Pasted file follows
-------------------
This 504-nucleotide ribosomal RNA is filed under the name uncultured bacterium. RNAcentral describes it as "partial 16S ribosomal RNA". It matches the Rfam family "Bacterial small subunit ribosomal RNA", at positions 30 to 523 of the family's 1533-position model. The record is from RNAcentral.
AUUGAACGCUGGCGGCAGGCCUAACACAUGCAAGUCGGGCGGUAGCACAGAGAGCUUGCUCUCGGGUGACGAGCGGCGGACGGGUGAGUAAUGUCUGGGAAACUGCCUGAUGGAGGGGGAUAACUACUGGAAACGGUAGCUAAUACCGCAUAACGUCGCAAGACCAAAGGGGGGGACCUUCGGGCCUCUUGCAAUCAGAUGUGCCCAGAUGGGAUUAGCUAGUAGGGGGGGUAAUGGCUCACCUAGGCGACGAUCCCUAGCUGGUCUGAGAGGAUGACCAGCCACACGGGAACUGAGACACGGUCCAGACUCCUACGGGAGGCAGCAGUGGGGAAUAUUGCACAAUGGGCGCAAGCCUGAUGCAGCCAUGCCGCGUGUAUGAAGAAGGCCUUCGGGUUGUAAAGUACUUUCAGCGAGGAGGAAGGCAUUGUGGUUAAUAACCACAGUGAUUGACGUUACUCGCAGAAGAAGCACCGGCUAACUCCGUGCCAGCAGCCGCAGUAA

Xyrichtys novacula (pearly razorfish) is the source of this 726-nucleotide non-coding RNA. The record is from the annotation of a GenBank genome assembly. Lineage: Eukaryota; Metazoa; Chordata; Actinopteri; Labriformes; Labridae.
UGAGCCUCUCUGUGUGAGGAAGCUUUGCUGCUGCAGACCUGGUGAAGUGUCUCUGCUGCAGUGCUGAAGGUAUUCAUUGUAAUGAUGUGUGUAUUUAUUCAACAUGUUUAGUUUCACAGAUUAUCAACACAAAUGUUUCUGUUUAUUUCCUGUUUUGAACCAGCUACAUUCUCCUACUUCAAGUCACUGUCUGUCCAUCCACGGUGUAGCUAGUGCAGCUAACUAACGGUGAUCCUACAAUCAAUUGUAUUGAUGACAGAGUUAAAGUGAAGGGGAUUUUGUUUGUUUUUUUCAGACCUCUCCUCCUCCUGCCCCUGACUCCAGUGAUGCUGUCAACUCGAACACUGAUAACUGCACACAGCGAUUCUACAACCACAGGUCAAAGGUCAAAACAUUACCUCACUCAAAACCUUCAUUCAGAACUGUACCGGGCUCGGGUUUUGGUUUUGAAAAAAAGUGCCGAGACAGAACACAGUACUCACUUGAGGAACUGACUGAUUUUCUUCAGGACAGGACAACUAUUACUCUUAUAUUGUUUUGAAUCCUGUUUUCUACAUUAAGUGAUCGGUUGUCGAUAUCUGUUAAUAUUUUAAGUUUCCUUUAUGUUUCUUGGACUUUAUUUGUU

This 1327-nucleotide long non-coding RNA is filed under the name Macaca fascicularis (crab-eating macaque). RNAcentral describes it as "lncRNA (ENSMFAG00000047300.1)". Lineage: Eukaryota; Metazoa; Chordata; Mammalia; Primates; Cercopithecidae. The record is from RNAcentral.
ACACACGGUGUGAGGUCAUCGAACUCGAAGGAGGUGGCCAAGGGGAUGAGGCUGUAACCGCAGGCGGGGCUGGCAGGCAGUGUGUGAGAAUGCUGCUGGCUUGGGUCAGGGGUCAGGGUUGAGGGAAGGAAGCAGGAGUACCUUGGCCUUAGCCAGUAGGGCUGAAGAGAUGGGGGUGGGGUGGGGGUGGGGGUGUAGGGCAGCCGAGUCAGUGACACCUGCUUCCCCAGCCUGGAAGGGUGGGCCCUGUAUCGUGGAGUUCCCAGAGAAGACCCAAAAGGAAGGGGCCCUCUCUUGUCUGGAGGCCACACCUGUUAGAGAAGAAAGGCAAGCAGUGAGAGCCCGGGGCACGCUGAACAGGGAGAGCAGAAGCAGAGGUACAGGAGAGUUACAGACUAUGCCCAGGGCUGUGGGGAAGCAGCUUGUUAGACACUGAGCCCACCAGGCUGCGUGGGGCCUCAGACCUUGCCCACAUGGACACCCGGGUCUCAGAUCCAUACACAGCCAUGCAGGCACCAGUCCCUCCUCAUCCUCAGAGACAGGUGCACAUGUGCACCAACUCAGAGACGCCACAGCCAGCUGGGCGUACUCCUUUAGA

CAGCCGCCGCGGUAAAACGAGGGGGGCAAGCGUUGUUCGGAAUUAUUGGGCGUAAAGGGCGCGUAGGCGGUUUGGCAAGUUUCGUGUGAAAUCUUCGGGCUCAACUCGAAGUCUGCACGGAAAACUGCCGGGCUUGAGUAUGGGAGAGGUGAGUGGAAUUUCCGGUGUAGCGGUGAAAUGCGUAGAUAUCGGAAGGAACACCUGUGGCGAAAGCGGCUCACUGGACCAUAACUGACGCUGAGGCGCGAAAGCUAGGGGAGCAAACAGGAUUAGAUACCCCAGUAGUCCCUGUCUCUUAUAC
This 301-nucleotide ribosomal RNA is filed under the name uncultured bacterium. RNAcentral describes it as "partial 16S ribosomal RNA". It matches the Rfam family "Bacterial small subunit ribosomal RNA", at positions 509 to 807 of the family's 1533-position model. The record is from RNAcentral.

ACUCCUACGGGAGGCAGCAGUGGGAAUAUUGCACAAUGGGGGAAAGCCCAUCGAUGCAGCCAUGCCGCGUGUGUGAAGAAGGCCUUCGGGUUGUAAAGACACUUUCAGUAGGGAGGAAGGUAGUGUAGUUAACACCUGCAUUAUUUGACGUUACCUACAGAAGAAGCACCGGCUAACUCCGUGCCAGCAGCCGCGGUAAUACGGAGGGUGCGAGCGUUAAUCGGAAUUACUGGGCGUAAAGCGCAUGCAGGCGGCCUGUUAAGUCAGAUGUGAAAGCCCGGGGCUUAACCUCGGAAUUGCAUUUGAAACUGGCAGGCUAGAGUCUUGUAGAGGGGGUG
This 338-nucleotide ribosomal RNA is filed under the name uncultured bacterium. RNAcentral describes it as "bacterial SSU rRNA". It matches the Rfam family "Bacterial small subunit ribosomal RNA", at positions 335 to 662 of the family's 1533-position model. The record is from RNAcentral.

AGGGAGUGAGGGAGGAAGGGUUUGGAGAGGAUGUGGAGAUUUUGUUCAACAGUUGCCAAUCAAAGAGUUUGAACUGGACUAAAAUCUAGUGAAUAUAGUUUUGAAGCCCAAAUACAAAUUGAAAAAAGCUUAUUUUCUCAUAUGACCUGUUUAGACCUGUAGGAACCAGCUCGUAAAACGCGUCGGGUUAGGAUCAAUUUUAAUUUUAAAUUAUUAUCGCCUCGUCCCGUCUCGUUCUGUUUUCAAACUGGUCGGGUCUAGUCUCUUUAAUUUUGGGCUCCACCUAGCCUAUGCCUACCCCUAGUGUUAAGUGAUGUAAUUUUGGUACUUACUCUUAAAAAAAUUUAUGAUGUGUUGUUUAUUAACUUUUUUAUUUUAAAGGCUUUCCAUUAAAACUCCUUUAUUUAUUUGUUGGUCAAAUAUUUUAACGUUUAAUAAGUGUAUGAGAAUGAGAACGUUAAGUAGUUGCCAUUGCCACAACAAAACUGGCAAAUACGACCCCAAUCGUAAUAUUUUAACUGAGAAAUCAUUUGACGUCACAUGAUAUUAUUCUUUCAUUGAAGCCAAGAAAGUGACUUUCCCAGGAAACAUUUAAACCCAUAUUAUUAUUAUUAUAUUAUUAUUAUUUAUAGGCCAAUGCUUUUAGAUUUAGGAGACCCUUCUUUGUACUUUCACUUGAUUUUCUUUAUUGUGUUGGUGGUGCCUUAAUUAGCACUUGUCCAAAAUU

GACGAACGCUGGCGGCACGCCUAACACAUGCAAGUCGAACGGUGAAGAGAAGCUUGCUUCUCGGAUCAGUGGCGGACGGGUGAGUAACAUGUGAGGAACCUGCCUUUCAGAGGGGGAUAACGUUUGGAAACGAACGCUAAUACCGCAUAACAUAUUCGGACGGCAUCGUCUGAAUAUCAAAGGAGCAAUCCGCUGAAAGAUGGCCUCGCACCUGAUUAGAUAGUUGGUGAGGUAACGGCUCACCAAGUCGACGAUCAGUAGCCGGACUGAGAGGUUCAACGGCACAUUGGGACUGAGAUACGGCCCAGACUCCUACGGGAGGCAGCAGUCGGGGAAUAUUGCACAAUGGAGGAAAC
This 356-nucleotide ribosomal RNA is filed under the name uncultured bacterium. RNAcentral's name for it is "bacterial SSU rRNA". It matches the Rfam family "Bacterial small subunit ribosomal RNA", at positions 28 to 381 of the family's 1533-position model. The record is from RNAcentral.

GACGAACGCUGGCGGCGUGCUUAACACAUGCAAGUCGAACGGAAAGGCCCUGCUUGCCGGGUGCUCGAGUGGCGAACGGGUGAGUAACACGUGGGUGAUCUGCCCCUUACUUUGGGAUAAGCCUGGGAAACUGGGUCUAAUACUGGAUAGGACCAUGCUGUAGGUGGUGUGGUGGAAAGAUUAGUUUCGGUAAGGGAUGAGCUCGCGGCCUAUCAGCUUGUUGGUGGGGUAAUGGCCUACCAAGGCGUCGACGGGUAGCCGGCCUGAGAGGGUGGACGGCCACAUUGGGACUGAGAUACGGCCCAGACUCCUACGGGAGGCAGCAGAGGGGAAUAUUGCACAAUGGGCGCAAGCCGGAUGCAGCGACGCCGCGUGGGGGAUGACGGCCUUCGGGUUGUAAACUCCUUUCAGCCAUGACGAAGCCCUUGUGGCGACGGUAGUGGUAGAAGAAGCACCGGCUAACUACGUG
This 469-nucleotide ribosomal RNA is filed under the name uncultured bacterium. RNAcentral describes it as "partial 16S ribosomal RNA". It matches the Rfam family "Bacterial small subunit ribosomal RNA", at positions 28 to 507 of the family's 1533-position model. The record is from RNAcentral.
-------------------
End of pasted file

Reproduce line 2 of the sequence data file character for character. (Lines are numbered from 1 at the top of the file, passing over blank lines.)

AUUGAACGCUGGCGGCAGGCCUAACACAUGCAAGUCGGGCGGUAGCACAGAGAGCUUGCUCUCGGGUGACGAGCGGCGGACGGGUGAGUAAUGUCUGGGAAACUGCCUGAUGGAGGGGGAUAACUACUGGAAACGGUAGCUAAUACCGCAUAACGUCGCAAGACCAAAGGGGGGGACCUUCGGGCCUCUUGCAAUCAGAUGUGCCCAGAUGGGAUUAGCUAGUAGGGGGGGUAAUGGCUCACCUAGGCGACGAUCCCUAGCUGGUCUGAGAGGAUGACCAGCCACACGGGAACUGAGACACGGUCCAGACUCCUACGGGAGGCAGCAGUGGGGAAUAUUGCACAAUGGGCGCAAGCCUGAUGCAGCCAUGCCGCGUGUAUGAAGAAGGCCUUCGGGUUGUAAAGUACUUUCAGCGAGGAGGAAGGCAUUGUGGUUAAUAACCACAGUGAUUGACGUUACUCGCAGAAGAAGCACCGGCUAACUCCGUGCCAGCAGCCGCAGUAA